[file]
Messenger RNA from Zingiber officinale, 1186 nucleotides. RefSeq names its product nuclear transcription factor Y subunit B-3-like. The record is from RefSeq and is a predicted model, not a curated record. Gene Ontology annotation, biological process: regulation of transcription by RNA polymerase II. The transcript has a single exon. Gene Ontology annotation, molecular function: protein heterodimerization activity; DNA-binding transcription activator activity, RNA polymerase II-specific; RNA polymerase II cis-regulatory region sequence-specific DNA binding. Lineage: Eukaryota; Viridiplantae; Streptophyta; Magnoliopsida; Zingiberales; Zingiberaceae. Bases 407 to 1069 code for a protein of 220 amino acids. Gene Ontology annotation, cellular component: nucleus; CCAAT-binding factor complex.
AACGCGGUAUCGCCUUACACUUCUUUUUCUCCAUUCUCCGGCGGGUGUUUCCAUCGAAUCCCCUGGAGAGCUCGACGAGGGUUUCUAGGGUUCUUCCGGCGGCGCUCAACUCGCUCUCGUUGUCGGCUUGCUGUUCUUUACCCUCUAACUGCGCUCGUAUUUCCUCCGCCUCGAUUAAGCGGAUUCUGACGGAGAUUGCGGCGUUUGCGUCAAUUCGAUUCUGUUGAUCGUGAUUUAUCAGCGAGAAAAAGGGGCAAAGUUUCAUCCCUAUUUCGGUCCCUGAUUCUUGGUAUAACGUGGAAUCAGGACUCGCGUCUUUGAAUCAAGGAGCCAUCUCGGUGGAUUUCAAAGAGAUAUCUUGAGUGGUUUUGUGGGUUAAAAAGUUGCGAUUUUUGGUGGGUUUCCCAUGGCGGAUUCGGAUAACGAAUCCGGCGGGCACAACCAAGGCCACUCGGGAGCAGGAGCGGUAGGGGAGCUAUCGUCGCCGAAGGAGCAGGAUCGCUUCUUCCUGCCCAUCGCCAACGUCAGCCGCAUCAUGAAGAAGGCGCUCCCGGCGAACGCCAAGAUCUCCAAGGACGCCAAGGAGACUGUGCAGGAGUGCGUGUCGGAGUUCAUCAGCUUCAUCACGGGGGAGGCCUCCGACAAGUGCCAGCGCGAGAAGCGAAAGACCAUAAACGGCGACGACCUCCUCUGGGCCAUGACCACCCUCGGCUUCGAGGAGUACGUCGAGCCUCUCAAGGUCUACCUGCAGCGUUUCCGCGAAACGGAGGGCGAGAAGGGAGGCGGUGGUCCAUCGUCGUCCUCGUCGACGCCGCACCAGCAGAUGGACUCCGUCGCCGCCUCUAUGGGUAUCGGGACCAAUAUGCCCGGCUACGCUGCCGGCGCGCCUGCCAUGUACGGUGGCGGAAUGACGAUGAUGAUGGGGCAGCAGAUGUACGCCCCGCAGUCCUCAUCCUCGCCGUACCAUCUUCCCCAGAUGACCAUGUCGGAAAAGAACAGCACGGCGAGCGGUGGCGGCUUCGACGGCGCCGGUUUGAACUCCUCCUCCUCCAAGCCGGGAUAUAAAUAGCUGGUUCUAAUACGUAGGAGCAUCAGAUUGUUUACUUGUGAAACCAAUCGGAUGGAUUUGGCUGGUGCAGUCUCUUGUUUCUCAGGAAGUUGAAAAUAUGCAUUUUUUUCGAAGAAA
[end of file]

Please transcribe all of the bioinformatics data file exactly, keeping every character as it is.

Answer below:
Messenger RNA from Zingiber officinale, 1186 nucleotides. RefSeq names its product nuclear transcription factor Y subunit B-3-like. The record is from RefSeq and is a predicted model, not a curated record. Gene Ontology annotation, biological process: regulation of transcription by RNA polymerase II. The transcript has a single exon. Gene Ontology annotation, molecular function: protein heterodimerization activity; DNA-binding transcription activator activity, RNA polymerase II-specific; RNA polymerase II cis-regulatory region sequence-specific DNA binding. Lineage: Eukaryota; Viridiplantae; Streptophyta; Magnoliopsida; Zingiberales; Zingiberaceae. Bases 407 to 1069 code for a protein of 220 amino acids. Gene Ontology annotation, cellular component: nucleus; CCAAT-binding factor complex.
AACGCGGUAUCGCCUUACACUUCUUUUUCUCCAUUCUCCGGCGGGUGUUUCCAUCGAAUCCCCUGGAGAGCUCGACGAGGGUUUCUAGGGUUCUUCCGGCGGCGCUCAACUCGCUCUCGUUGUCGGCUUGCUGUUCUUUACCCUCUAACUGCGCUCGUAUUUCCUCCGCCUCGAUUAAGCGGAUUCUGACGGAGAUUGCGGCGUUUGCGUCAAUUCGAUUCUGUUGAUCGUGAUUUAUCAGCGAGAAAAAGGGGCAAAGUUUCAUCCCUAUUUCGGUCCCUGAUUCUUGGUAUAACGUGGAAUCAGGACUCGCGUCUUUGAAUCAAGGAGCCAUCUCGGUGGAUUUCAAAGAGAUAUCUUGAGUGGUUUUGUGGGUUAAAAAGUUGCGAUUUUUGGUGGGUUUCCCAUGGCGGAUUCGGAUAACGAAUCCGGCGGGCACAACCAAGGCCACUCGGGAGCAGGAGCGGUAGGGGAGCUAUCGUCGCCGAAGGAGCAGGAUCGCUUCUUCCUGCCCAUCGCCAACGUCAGCCGCAUCAUGAAGAAGGCGCUCCCGGCGAACGCCAAGAUCUCCAAGGACGCCAAGGAGACUGUGCAGGAGUGCGUGUCGGAGUUCAUCAGCUUCAUCACGGGGGAGGCCUCCGACAAGUGCCAGCGCGAGAAGCGAAAGACCAUAAACGGCGACGACCUCCUCUGGGCCAUGACCACCCUCGGCUUCGAGGAGUACGUCGAGCCUCUCAAGGUCUACCUGCAGCGUUUCCGCGAAACGGAGGGCGAGAAGGGAGGCGGUGGUCCAUCGUCGUCCUCGUCGACGCCGCACCAGCAGAUGGACUCCGUCGCCGCCUCUAUGGGUAUCGGGACCAAUAUGCCCGGCUACGCUGCCGGCGCGCCUGCCAUGUACGGUGGCGGAAUGACGAUGAUGAUGGGGCAGCAGAUGUACGCCCCGCAGUCCUCAUCCUCGCCGUACCAUCUUCCCCAGAUGACCAUGUCGGAAAAGAACAGCACGGCGAGCGGUGGCGGCUUCGACGGCGCCGGUUUGAACUCCUCCUCCUCCAAGCCGGGAUAUAAAUAGCUGGUUCUAAUACGUAGGAGCAUCAGAUUGUUUACUUGUGAAACCAAUCGGAUGGAUUUGGCUGGUGCAGUCUCUUGUUUCUCAGGAAGUUGAAAAUAUGCAUUUUUUUCGAAGAAA